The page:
In an effort to write more about what I'm reading and listening to, I'm going to make the iPod shuffle rundown a semi-regular feature. I was going to do this yesterday but, other than noting the songs as they came up yesterday morning, didn't have time to. So today you get a bonus: I'm going to give you the first 15 songs I heard both yesterday and today. I'm sure you're all very excited.
Yesterday's first 15:
I have more than 10,000 songs on my iPod. With such a number, I always find it interesting where the shuffle appears to fixate on any given day. One day last week, eight of the first 50 songs I heard were by Sonic Youth. Yesterday, it started out heavy on the country.
1. Merle Haggard - "California Blues (Blue Yodel #4)": I have the great Down Every Road 4-cd box, though I find it hard to listen to any given disc straight through. Love it when one of the songs comes up on shuffle though. . .
2. Palace - "Give Me Children": Arise Therefore may be my favorite Will Oldham record, if it's not I See a Darkness.
3. Signal - "Index Area": 14 minutes of electronic music from the lone Mort aux Vaches comp I have. It would probably make for better reading if I could remember a thing about it right now. I'm sure it must have been repetitious.
4. Annie - "Chewing Gum": Appropriately titled sugary pop song; I like "Heartbeat" better.
5. Randy Newman - "Have You Seen My Baby?": I don't have nearly enough Randy Newman. This is a great one from 1970's 12 Songs. I also have the Flamin' Groovies version, which is pretty cool, too.
6. Waylon Jennings & Willie Nelson - "Good Hearted Woman"
7. Dolly Parton - "Do I Ever Cross Your Mind":
Two albums that I got to know very well when I was like 13 or 14 were Waylon Jennings' and Dolly Parton's Greatest Hits. My Dad liked country. He had these on tape, and we listened to them constantly when we were with him (as well as, um, the Eagles). I've always liked Waylon Jennings' voice, and his duets with Willie Nelson were great. This one addresses the old problem of the "good hearted woman lovin' a good-timin' man". Of course, all of his songs seemed to be about being, or having been, an outlaw or roughneck or cowboy or some such trouble. Seems pretty silly these days, but, notwithstanding that period of time in which I pretended that I was too cool to admit I liked country music, I've always loved those songs. I liked when we listened to Dolly Parton, too, but it took me longer to come back to an appreciation of her. "Islands in the Stream" is hard to forgive. Aimée is the big Dolly fan in the house; I think the last song played at our wedding reception was, by her request, "9 to 5".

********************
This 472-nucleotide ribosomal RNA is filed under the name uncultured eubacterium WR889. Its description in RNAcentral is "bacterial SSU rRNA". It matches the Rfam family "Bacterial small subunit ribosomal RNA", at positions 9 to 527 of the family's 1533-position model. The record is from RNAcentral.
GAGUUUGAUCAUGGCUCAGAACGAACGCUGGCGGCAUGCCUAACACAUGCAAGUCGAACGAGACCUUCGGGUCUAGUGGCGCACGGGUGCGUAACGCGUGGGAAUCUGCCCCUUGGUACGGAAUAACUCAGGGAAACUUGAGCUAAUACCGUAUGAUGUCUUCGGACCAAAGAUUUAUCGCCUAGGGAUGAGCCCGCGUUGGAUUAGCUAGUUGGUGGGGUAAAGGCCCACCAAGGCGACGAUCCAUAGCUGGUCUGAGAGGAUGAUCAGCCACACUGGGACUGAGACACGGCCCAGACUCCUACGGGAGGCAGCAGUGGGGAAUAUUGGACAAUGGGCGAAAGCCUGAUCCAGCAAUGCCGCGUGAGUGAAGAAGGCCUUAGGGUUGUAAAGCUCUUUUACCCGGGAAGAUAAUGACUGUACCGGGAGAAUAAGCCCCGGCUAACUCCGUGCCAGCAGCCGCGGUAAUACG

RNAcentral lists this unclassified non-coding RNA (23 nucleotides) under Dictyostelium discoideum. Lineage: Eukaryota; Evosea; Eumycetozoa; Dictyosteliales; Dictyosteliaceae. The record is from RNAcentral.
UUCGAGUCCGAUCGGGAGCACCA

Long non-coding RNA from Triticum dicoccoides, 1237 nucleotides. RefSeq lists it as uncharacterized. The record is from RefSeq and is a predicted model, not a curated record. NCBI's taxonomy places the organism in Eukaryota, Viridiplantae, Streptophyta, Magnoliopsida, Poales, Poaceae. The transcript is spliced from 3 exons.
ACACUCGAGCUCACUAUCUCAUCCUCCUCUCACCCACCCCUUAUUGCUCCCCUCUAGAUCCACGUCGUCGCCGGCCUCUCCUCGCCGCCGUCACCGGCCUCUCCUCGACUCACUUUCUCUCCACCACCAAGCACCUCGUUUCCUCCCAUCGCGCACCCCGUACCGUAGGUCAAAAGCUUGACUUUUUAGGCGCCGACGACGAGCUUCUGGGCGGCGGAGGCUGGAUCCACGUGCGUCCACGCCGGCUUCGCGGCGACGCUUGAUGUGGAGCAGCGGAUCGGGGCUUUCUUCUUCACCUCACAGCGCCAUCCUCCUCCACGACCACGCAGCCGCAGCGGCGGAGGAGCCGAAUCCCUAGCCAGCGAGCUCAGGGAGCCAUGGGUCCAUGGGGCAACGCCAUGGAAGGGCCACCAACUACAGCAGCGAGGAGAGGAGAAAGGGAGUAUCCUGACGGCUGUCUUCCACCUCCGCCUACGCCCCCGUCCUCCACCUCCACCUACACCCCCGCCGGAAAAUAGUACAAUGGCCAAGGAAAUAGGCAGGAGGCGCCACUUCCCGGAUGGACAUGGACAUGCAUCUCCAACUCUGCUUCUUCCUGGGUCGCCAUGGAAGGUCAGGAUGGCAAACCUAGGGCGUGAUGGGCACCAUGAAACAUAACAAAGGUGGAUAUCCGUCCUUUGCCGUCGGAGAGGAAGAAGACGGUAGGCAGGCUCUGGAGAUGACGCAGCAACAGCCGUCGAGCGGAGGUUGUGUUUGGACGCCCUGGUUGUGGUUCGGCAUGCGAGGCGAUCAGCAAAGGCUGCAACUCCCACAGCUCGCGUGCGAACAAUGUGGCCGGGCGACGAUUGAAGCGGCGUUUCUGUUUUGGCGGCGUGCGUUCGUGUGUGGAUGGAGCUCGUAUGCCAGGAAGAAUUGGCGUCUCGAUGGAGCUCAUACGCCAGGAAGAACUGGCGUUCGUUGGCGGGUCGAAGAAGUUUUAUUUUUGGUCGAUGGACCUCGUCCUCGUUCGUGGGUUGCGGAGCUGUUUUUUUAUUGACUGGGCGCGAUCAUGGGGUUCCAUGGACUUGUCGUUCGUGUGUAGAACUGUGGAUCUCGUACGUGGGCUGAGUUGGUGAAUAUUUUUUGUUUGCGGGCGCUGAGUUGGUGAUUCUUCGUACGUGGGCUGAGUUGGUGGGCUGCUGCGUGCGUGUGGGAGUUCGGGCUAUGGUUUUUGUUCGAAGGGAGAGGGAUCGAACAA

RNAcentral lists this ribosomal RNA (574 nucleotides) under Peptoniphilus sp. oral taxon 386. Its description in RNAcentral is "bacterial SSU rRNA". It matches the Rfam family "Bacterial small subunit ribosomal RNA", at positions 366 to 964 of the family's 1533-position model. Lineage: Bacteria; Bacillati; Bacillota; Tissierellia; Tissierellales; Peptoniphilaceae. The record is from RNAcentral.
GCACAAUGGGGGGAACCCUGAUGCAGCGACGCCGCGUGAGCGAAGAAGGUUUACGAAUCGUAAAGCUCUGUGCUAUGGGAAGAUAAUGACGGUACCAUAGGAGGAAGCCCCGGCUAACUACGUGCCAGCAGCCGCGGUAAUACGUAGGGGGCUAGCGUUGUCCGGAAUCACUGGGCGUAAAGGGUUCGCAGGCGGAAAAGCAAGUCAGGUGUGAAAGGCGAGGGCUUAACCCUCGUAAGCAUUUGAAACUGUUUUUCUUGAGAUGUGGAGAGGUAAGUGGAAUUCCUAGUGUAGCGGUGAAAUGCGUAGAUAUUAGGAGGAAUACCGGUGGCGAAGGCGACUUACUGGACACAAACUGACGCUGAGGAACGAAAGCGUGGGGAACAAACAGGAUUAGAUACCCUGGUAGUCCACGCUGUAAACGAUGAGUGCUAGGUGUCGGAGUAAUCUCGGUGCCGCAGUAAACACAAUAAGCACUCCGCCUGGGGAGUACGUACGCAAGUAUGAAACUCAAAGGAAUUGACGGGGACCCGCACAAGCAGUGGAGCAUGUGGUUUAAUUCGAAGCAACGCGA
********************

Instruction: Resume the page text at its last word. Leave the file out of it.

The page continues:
8. Beck - "The New Pollution": Don't really care about Beck anymore, but I still like Odelay.
9. Syd Barrett - "Long Gone": I mentioned liking post-Barrett Pink Floyd better, but I do like the earlier Barrett-led stuff. This is, of course, from the solo album, The Madcap Laughs, which I've had for a while, but haven't spent much time with. People swear by it.
10. The J. Geils Band - "Freeze Frame": Ha! I have this on here because I was making a mix-cd of 80s pop hits; it may be sort of terrible, but fuck it, I've always liked this song. Somehow, I can still remember the first time I ever heard it (I was eleven).
11. Herbert - "Harmonize": A lovely song from one of my favorite albums from last year.
12. Ghostface Killah - "Run": Yes! Evidence that I do indeed listen to rap! This song features Jadakiss, and is from The Pretty Toney Album.
13. Midnight Oil - "Forgotten Years": I don't care much for Midnight Oil. I have the 20,000 Watts R.S.L. greatest hits collection, which is actually more than I need. But it so happens that this is one of my favorite songs of theirs.
14. The Rapture - "Alabama Sunshine": I was looking the other direction when all the indie kids realized it was ok to dance again and went batshit crazy for the Rapture's "House of Jealous Lovers" and Echoes. That said, it's a decent album. This song is from the second DFA compilation, and I like it just fine.
15. The Velvet Underground - "Sunday Morning": The first song on The Velvet Underground & Nico. Given all the noise and dissonance on this record, it's occasionally a surprise to notice the quieter moments of sheer beauty.
Today's first 15:
Contra Dial "M" for Musicology, I have a fair amount of music on my iPod that I can't quite say I like, at least not yet. My first instinct was to load it up with albums that had lain dormant in my collection. Plus, there are all of the cds that come with various issues of The Wire. I loaded them all, and have been grading the tracks and removing the ones that I can't stand. And then there are exploratory downloads. Etc.
1. Dizzee Rascal - "Vexed": I have both Dizzee cds and the first Run the Road comp, but I guess grime is dead, innit? That's ok; if so, it left some cool music behind. This is from Dizzee's Boy In Da Corner. At times Dizzee's distinctive (and attractive) flow is a distraction from the music, which seems to be made up of shards of electronic keyboards (whatever that means--I'd no doubt do better writing these while listening to the songs).